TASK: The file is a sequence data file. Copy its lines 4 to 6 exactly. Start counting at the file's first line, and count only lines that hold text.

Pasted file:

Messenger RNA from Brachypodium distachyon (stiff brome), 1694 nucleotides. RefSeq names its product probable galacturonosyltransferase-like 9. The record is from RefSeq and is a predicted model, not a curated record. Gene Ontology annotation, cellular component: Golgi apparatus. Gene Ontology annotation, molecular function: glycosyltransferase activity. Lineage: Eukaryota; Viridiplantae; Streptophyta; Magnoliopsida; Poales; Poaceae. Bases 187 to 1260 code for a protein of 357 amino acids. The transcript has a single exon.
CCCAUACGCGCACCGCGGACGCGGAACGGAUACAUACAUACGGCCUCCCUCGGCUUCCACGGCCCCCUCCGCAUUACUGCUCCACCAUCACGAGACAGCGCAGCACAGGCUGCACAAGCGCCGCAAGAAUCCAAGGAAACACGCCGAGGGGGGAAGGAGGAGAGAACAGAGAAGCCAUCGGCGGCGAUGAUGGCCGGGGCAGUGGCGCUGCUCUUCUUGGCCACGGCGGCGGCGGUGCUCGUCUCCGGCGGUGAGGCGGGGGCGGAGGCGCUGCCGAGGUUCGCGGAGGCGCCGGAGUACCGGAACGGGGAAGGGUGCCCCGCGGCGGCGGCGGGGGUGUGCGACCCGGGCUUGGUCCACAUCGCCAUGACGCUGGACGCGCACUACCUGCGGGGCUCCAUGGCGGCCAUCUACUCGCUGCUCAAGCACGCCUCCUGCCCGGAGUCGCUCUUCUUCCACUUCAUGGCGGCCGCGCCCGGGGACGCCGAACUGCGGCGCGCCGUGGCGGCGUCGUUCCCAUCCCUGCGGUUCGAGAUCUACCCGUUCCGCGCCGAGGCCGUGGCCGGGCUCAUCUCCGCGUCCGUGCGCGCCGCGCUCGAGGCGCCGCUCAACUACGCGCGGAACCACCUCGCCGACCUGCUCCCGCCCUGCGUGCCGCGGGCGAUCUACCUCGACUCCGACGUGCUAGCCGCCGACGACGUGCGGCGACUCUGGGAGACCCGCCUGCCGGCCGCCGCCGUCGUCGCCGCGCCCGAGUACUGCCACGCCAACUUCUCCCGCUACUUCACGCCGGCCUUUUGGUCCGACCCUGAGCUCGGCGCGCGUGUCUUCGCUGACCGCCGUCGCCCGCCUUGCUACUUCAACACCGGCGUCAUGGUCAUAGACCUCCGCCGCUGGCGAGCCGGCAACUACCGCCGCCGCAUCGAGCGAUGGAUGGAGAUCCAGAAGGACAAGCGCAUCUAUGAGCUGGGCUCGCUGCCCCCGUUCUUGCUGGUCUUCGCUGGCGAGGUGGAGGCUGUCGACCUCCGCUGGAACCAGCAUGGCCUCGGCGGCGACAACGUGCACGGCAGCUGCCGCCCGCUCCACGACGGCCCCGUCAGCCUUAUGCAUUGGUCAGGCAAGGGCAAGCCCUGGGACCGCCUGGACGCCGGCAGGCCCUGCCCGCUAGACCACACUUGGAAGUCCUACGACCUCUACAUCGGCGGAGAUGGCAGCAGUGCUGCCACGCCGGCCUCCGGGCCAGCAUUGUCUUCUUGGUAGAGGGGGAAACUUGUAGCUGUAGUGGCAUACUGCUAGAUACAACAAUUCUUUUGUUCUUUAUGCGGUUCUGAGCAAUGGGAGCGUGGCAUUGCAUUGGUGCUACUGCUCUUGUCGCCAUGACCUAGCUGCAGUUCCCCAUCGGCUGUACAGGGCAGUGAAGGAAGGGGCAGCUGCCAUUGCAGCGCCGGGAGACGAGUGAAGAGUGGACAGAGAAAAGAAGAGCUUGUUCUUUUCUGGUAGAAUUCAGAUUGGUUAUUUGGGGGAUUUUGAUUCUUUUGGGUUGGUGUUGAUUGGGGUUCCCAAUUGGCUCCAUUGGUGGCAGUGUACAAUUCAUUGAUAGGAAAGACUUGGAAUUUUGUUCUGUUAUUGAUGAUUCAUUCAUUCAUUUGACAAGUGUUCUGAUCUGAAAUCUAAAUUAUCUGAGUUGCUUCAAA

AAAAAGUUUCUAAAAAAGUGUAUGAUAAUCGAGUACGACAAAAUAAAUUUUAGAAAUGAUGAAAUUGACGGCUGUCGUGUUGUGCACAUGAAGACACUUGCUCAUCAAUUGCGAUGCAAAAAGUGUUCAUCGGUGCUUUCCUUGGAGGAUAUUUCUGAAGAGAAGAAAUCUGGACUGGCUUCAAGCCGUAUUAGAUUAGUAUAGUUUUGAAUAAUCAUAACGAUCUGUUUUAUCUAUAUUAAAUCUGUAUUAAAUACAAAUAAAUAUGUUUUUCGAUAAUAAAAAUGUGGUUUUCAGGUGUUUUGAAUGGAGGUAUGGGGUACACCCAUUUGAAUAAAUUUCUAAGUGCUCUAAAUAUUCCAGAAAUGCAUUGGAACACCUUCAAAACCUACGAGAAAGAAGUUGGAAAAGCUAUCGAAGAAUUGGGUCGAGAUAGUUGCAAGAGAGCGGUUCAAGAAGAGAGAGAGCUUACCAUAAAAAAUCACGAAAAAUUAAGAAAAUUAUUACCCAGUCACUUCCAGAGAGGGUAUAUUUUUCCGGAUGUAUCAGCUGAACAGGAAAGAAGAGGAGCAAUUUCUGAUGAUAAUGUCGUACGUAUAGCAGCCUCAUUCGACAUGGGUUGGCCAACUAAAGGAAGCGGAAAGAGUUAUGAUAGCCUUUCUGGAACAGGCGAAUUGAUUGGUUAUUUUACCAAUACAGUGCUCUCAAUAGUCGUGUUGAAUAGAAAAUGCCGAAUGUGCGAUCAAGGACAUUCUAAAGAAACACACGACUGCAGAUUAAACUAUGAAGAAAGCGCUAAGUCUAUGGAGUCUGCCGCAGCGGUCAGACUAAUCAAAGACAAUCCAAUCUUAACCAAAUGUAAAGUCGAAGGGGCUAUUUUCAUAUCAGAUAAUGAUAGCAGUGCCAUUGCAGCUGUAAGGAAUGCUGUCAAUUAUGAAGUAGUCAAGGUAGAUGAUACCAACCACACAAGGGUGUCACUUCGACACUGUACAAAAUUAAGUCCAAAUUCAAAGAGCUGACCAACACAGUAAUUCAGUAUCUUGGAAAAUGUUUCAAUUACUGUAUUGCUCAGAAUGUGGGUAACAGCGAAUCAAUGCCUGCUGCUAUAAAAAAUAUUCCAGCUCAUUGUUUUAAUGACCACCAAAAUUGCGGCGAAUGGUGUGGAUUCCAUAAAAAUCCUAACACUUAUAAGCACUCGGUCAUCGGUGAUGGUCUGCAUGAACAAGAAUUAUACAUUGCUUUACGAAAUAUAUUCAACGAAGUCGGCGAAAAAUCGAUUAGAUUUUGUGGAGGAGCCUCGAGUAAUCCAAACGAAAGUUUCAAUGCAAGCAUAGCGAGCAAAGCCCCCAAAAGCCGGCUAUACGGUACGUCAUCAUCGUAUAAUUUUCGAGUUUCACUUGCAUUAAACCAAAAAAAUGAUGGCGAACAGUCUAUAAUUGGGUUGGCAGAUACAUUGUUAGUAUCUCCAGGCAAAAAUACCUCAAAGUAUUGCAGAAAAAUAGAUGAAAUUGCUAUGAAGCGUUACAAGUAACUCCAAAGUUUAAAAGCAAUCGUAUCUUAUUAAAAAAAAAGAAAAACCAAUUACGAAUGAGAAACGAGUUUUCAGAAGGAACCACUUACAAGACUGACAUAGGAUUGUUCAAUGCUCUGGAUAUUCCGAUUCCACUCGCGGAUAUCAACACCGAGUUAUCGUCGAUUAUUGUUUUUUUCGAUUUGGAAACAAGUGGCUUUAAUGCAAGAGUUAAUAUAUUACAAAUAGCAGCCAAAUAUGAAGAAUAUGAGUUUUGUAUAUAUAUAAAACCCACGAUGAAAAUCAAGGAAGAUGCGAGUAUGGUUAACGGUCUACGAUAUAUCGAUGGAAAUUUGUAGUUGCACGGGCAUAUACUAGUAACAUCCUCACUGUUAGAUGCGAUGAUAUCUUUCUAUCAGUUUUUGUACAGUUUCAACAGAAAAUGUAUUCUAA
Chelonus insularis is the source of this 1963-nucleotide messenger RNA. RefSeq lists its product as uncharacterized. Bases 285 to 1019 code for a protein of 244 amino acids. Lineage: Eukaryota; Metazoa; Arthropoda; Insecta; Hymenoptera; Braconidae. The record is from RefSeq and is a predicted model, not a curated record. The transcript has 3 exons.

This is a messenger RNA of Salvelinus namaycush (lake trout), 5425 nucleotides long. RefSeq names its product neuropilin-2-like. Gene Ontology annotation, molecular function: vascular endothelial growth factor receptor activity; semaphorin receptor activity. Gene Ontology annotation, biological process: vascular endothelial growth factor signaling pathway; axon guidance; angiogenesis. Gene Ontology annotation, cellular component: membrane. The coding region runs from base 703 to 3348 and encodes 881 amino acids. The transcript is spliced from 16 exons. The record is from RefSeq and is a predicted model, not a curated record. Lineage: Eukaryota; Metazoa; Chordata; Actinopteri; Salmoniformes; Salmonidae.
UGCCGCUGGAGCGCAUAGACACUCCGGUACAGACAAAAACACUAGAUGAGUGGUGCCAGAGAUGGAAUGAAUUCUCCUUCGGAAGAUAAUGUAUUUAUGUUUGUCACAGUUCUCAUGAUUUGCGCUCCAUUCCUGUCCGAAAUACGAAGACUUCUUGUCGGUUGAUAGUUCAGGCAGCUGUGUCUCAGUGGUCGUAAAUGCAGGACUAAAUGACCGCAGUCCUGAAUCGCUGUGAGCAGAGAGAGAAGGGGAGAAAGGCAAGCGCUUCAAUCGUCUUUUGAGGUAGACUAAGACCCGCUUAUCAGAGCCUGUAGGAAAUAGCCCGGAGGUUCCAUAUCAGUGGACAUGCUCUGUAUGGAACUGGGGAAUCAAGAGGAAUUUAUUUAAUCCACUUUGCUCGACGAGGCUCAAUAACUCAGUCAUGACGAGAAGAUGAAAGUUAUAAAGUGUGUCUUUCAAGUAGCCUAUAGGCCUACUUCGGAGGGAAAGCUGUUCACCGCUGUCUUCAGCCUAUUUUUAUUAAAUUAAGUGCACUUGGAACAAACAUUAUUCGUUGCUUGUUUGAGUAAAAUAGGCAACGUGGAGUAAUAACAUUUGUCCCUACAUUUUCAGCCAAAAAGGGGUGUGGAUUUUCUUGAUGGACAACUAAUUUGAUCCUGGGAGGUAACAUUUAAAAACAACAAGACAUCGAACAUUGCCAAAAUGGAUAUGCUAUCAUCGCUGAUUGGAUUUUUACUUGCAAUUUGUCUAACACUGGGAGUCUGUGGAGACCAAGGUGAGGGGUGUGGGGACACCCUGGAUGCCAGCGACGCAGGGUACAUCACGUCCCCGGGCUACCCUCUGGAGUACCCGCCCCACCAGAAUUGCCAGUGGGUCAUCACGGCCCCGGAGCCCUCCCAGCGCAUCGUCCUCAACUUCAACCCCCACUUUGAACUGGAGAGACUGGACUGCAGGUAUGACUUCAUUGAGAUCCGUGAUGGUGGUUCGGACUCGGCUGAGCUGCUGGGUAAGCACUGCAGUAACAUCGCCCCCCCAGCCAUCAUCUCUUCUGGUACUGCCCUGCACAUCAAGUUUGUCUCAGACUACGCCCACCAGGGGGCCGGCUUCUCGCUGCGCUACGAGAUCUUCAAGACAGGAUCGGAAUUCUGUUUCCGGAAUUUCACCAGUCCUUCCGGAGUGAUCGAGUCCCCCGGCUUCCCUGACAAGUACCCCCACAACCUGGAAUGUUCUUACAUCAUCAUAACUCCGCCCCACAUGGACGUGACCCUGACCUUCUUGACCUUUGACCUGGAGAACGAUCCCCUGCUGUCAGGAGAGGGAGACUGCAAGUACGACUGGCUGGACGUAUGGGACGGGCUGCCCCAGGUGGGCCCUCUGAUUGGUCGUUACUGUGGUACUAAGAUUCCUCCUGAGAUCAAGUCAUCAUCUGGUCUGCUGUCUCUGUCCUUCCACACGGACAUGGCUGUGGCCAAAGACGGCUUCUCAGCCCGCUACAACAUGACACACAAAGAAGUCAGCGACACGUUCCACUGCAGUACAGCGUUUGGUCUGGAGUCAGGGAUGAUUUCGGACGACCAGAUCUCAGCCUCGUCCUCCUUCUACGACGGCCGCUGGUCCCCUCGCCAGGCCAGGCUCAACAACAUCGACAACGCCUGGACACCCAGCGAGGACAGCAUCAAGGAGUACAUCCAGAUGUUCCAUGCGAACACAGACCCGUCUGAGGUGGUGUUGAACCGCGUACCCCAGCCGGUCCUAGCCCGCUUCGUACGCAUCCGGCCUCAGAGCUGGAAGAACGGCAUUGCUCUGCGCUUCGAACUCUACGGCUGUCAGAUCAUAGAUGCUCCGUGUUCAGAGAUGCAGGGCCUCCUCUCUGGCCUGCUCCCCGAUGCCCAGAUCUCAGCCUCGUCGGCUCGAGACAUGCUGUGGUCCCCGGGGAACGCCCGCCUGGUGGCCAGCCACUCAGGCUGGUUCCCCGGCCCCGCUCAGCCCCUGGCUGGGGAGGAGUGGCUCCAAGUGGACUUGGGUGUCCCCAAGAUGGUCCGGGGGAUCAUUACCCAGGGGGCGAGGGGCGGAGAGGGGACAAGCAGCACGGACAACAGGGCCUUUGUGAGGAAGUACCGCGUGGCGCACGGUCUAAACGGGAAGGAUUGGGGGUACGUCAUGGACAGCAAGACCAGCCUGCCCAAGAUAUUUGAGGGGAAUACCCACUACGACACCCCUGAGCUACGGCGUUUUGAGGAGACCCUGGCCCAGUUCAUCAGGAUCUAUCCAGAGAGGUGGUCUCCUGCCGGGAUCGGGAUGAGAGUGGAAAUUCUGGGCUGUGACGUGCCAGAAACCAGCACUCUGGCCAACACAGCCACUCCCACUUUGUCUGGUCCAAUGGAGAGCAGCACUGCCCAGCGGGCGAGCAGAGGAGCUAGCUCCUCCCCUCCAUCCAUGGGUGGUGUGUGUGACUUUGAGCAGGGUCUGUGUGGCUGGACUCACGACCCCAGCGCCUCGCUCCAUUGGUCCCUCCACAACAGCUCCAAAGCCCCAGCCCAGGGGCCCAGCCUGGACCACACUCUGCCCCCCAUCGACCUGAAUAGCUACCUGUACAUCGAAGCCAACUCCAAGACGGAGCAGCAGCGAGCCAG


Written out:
Chelonus insularis is the source of this 1963-nucleotide messenger RNA. RefSeq lists its product as uncharacterized. Bases 285 to 1019 code for a protein of 244 amino acids. Lineage: Eukaryota; Metazoa; Arthropoda; Insecta; Hymenoptera; Braconidae. The record is from RefSeq and is a predicted model, not a curated record. The transcript has 3 exons.

This is a messenger RNA of Salvelinus namaycush (lake trout), 5425 nucleotides long. RefSeq names its product neuropilin-2-like. Gene Ontology annotation, molecular function: vascular endothelial growth factor receptor activity; semaphorin receptor activity. Gene Ontology annotation, biological process: vascular endothelial growth factor signaling pathway; axon guidance; angiogenesis. Gene Ontology annotation, cellular component: membrane. The coding region runs from base 703 to 3348 and encodes 881 amino acids. The transcript is spliced from 16 exons. The record is from RefSeq and is a predicted model, not a curated record. Lineage: Eukaryota; Metazoa; Chordata; Actinopteri; Salmoniformes; Salmonidae.
UGCCGCUGGAGCGCAUAGACACUCCGGUACAGACAAAAACACUAGAUGAGUGGUGCCAGAGAUGGAAUGAAUUCUCCUUCGGAAGAUAAUGUAUUUAUGUUUGUCACAGUUCUCAUGAUUUGCGCUCCAUUCCUGUCCGAAAUACGAAGACUUCUUGUCGGUUGAUAGUUCAGGCAGCUGUGUCUCAGUGGUCGUAAAUGCAGGACUAAAUGACCGCAGUCCUGAAUCGCUGUGAGCAGAGAGAGAAGGGGAGAAAGGCAAGCGCUUCAAUCGUCUUUUGAGGUAGACUAAGACCCGCUUAUCAGAGCCUGUAGGAAAUAGCCCGGAGGUUCCAUAUCAGUGGACAUGCUCUGUAUGGAACUGGGGAAUCAAGAGGAAUUUAUUUAAUCCACUUUGCUCGACGAGGCUCAAUAACUCAGUCAUGACGAGAAGAUGAAAGUUAUAAAGUGUGUCUUUCAAGUAGCCUAUAGGCCUACUUCGGAGGGAAAGCUGUUCACCGCUGUCUUCAGCCUAUUUUUAUUAAAUUAAGUGCACUUGGAACAAACAUUAUUCGUUGCUUGUUUGAGUAAAAUAGGCAACGUGGAGUAAUAACAUUUGUCCCUACAUUUUCAGCCAAAAAGGGGUGUGGAUUUUCUUGAUGGACAACUAAUUUGAUCCUGGGAGGUAACAUUUAAAAACAACAAGACAUCGAACAUUGCCAAAAUGGAUAUGCUAUCAUCGCUGAUUGGAUUUUUACUUGCAAUUUGUCUAACACUGGGAGUCUGUGGAGACCAAGGUGAGGGGUGUGGGGACACCCUGGAUGCCAGCGACGCAGGGUACAUCACGUCCCCGGGCUACCCUCUGGAGUACCCGCCCCACCAGAAUUGCCAGUGGGUCAUCACGGCCCCGGAGCCCUCCCAGCGCAUCGUCCUCAACUUCAACCCCCACUUUGAACUGGAGAGACUGGACUGCAGGUAUGACUUCAUUGAGAUCCGUGAUGGUGGUUCGGACUCGGCUGAGCUGCUGGGUAAGCACUGCAGUAACAUCGCCCCCCCAGCCAUCAUCUCUUCUGGUACUGCCCUGCACAUCAAGUUUGUCUCAGACUACGCCCACCAGGGGGCCGGCUUCUCGCUGCGCUACGAGAUCUUCAAGACAGGAUCGGAAUUCUGUUUCCGGAAUUUCACCAGUCCUUCCGGAGUGAUCGAGUCCCCCGGCUUCCCUGACAAGUACCCCCACAACCUGGAAUGUUCUUACAUCAUCAUAACUCCGCCCCACAUGGACGUGACCCUGACCUUCUUGACCUUUGACCUGGAGAACGAUCCCCUGCUGUCAGGAGAGGGAGACUGCAAGUACGACUGGCUGGACGUAUGGGACGGGCUGCCCCAGGUGGGCCCUCUGAUUGGUCGUUACUGUGGUACUAAGAUUCCUCCUGAGAUCAAGUCAUCAUCUGGUCUGCUGUCUCUGUCCUUCCACACGGACAUGGCUGUGGCCAAAGACGGCUUCUCAGCCCGCUACAACAUGACACACAAAGAAGUCAGCGACACGUUCCACUGCAGUACAGCGUUUGGUCUGGAGUCAGGGAUGAUUUCGGACGACCAGAUCUCAGCCUCGUCCUCCUUCUACGACGGCCGCUGGUCCCCUCGCCAGGCCAGGCUCAACAACAUCGACAACGCCUGGACACCCAGCGAGGACAGCAUCAAGGAGUACAUCCAGAUGUUCCAUGCGAACACAGACCCGUCUGAGGUGGUGUUGAACCGCGUACCCCAGCCGGUCCUAGCCCGCUUCGUACGCAUCCGGCCUCAGAGCUGGAAGAACGGCAUUGCUCUGCGCUUCGAACUCUACGGCUGUCAGAUCAUAGAUGCUCCGUGUUCAGAGAUGCAGGGCCUCCUCUCUGGCCUGCUCCCCGAUGCCCAGAUCUCAGCCUCGUCGGCUCGAGACAUGCUGUGGUCCCCGGGGAACGCCCGCCUGGUGGCCAGCCACUCAGGCUGGUUCCCCGGCCCCGCUCAGCCCCUGGCUGGGGAGGAGUGGCUCCAAGUGGACUUGGGUGUCCCCAAGAUGGUCCGGGGGAUCAUUACCCAGGGGGCGAGGGGCGGAGAGGGGACAAGCAGCACGGACAACAGGGCCUUUGUGAGGAAGUACCGCGUGGCGCACGGUCUAAACGGGAAGGAUUGGGGGUACGUCAUGGACAGCAAGACCAGCCUGCCCAAGAUAUUUGAGGGGAAUACCCACUACGACACCCCUGAGCUACGGCGUUUUGAGGAGACCCUGGCCCAGUUCAUCAGGAUCUAUCCAGAGAGGUGGUCUCCUGCCGGGAUCGGGAUGAGAGUGGAAAUUCUGGGCUGUGACGUGCCAGAAACCAGCACUCUGGCCAACACAGCCACUCCCACUUUGUCUGGUCCAAUGGAGAGCAGCACUGCCCAGCGGGCGAGCAGAGGAGCUAGCUCCUCCCCUCCAUCCAUGGGUGGUGUGUGUGACUUUGAGCAGGGUCUGUGUGGCUGGACUCACGACCCCAGCGCCUCGCUCCAUUGGUCCCUCCACAACAGCUCCAAAGCCCCAGCCCAGGGGCCCAGCCUGGACCACACUCUGCCCCCCAUCGACCUGAAUAGCUACCUGUACAUCGAAGCCAACUCCAAGACGGAGCAGCAGCGAGCCAG